In the late 60s and 70s, the General Assembly did extensive research (h/t Indiana Law Blog) into amending Indiana’s constitution. (There was also a Judicial Committee that worked concurrently on revision to the judicial article of the Indiana Constitution. The working committee was headed by former governors Welsh and Handley. Handley would die in 1972 before the work was complete.
The Constitutional Revision Commission had considered the possibility of a constitutional convention but ultimately rejected that idea and decided to pursue a series of amendments instead. The Commission endorsed, among other things, 1) an amendment that would allow a bill to address multiple subject matters when it was for the purpose of codifying Indiana law or revising the codifications; 2) an amendment that would have the governor and lieutenant governor run as a team — eliminating the possibility of a split ticket; 3) an amendment setting the voting age at 18 and setting the residency requirement at 30 days living in the precinct; 4) legislative (rather than Constitutional) policymaking in favor of home rule for local government; 5) an amendment that repealed the 61 day, biennial session limitation and allowed the General Assembly to set the length and frequency of its sessions by law; 6) an amendment that allowed the governor to serve two consecutive terms; 7) an amendment extending the terms of Secretary, Auditor, and Treasurer of State to four year terms; 8) providing for the method of selection and length of term of the Secretary of Public Instruction to be set by law; 9) revising the Militia article to account for changes in the time — for example the use of the federally funded National Guard as the state militia.
It was this period of reform, I believe, when the General Assembly created the Indiana Legislative Services Agency in the late 1960s. I worked for the agency from 1996 – 1999. While I’m obviously not shy about sharing my opinions these days, I took seriously — as I believe most who work there do — the charge that LSA was to be a nonpartisan arm of the General Assembly. We strove to identify problem spots with legislation and/or constitutional issues without imposing our views of what policy ought to be pursued or whether legislation was good or bad. This professionalization of legislative drafting, (in my very biased opinion) led to an improvement in the quality of the legislation (again — leaving aside the policies pursued.) The Indiana Code is, by and large, well written; particularly when compared against, say, the United States Code which is sloppy and unnecessarily confusing.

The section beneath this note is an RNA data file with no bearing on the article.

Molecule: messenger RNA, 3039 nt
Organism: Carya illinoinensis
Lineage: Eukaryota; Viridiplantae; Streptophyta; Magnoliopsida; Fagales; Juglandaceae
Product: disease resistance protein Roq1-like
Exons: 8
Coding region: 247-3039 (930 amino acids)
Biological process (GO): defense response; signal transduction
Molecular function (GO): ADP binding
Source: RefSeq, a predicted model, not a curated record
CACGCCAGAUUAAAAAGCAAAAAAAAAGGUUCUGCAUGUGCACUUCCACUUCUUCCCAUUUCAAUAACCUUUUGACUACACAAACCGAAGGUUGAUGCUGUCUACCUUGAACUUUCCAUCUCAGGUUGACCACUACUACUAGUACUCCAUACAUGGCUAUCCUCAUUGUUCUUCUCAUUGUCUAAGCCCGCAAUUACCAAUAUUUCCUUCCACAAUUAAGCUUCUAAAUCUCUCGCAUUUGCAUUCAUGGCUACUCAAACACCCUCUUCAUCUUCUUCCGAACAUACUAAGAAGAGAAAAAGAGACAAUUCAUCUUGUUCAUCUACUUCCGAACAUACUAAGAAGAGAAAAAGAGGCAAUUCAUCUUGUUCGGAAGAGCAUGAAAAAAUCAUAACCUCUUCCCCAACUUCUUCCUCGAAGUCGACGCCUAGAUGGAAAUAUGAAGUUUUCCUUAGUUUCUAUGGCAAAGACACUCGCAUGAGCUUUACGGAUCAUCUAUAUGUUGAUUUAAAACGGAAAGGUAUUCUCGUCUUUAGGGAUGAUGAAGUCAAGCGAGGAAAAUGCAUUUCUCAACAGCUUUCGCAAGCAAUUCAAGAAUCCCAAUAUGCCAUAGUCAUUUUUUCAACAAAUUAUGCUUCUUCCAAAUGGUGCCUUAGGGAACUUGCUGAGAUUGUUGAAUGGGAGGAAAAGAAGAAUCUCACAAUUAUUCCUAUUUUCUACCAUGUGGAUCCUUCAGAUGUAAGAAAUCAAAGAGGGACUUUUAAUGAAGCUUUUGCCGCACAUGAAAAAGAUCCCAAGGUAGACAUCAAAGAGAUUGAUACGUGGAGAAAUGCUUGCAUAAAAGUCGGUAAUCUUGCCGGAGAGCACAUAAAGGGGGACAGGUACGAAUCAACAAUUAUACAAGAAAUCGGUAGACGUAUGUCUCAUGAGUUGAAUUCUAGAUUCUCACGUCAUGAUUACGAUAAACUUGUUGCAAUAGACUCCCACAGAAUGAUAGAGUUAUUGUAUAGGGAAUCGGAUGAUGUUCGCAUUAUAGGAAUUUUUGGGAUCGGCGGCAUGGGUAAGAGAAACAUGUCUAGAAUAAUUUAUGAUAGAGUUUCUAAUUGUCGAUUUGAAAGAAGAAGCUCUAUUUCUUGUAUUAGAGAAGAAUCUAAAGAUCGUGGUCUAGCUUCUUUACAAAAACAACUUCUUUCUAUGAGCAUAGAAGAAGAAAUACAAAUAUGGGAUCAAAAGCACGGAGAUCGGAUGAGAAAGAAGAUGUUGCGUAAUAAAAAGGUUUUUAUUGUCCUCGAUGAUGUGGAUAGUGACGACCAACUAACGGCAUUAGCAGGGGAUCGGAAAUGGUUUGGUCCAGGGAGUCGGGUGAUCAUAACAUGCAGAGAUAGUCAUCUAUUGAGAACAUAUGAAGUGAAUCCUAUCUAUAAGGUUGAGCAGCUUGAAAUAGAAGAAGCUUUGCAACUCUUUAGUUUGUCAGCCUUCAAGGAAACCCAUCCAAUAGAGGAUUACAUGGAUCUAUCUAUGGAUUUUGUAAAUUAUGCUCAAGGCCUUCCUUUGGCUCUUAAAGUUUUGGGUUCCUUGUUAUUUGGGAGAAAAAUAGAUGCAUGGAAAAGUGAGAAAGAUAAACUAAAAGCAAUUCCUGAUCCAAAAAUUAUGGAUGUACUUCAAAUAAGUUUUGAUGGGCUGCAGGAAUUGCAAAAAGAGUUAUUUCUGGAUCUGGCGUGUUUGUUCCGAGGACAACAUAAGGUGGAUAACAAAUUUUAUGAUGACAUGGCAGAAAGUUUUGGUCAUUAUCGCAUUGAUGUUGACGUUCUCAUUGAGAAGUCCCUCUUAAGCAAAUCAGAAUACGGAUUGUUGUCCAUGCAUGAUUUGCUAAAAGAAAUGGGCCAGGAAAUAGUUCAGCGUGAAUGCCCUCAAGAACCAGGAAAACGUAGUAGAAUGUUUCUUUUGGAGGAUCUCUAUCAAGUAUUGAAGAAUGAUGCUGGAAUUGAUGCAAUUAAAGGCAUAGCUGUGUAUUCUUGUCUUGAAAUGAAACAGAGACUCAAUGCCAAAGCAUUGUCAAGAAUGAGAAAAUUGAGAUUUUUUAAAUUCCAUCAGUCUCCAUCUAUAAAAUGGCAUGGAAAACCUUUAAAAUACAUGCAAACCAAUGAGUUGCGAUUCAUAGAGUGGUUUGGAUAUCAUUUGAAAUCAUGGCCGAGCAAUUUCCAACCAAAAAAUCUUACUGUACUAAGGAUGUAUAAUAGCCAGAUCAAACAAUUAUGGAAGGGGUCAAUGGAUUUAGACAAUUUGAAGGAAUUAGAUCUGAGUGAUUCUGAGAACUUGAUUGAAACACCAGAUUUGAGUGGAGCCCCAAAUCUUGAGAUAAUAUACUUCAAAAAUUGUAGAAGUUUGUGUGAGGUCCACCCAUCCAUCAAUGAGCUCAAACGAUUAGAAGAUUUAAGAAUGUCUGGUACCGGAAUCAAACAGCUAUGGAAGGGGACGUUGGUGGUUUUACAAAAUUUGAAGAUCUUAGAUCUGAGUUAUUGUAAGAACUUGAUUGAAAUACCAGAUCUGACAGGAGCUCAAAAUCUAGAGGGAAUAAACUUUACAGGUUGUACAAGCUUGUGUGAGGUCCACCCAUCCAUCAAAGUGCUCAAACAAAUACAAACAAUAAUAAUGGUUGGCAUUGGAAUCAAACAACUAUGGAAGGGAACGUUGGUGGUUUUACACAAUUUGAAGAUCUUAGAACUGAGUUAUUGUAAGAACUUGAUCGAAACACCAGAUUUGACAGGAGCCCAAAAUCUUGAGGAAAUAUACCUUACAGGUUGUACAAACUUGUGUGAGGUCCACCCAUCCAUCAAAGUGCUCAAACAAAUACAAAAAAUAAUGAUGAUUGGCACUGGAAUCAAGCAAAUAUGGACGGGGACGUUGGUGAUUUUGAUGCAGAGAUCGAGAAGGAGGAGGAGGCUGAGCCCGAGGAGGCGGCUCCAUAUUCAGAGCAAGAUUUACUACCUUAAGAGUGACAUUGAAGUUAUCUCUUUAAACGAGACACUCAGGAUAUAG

Additionally, there was a Judicial Commission that studied and advocated changes to the judicial article of the Constitution. Some of the changes were not adopted, but the appellate courts were altered to have the judges and justices selected by a judicial nominating commission that sent choices to the Governor for appointment. The Commission was also active in advocating legislation that would consolidate and expedite operation of the trial courts. It also addressed the transition away from justice-of-the-peace courts, replacing it with a system of small claims courts and traffic courts.
In 1976, Whitcomb ran against Senator Lugar for the U.S. Senate seat but was defeated. He returned to the practice of law for a time, but in 1986, recently divorced and retired, Whitcomb took up sailing — in his 70s. He traveled from port to port, and just kept going. “In 1995, while attempting to sail around the world, his ship hit a reef in the Gulf of Suez and sank. He was rescued and returned to the United States.” In 2000, Governor Whitcomb bought a secluded cabin in the Hoosier National Forest and continued to live there until he was 98 and passed away on February 4, 2016.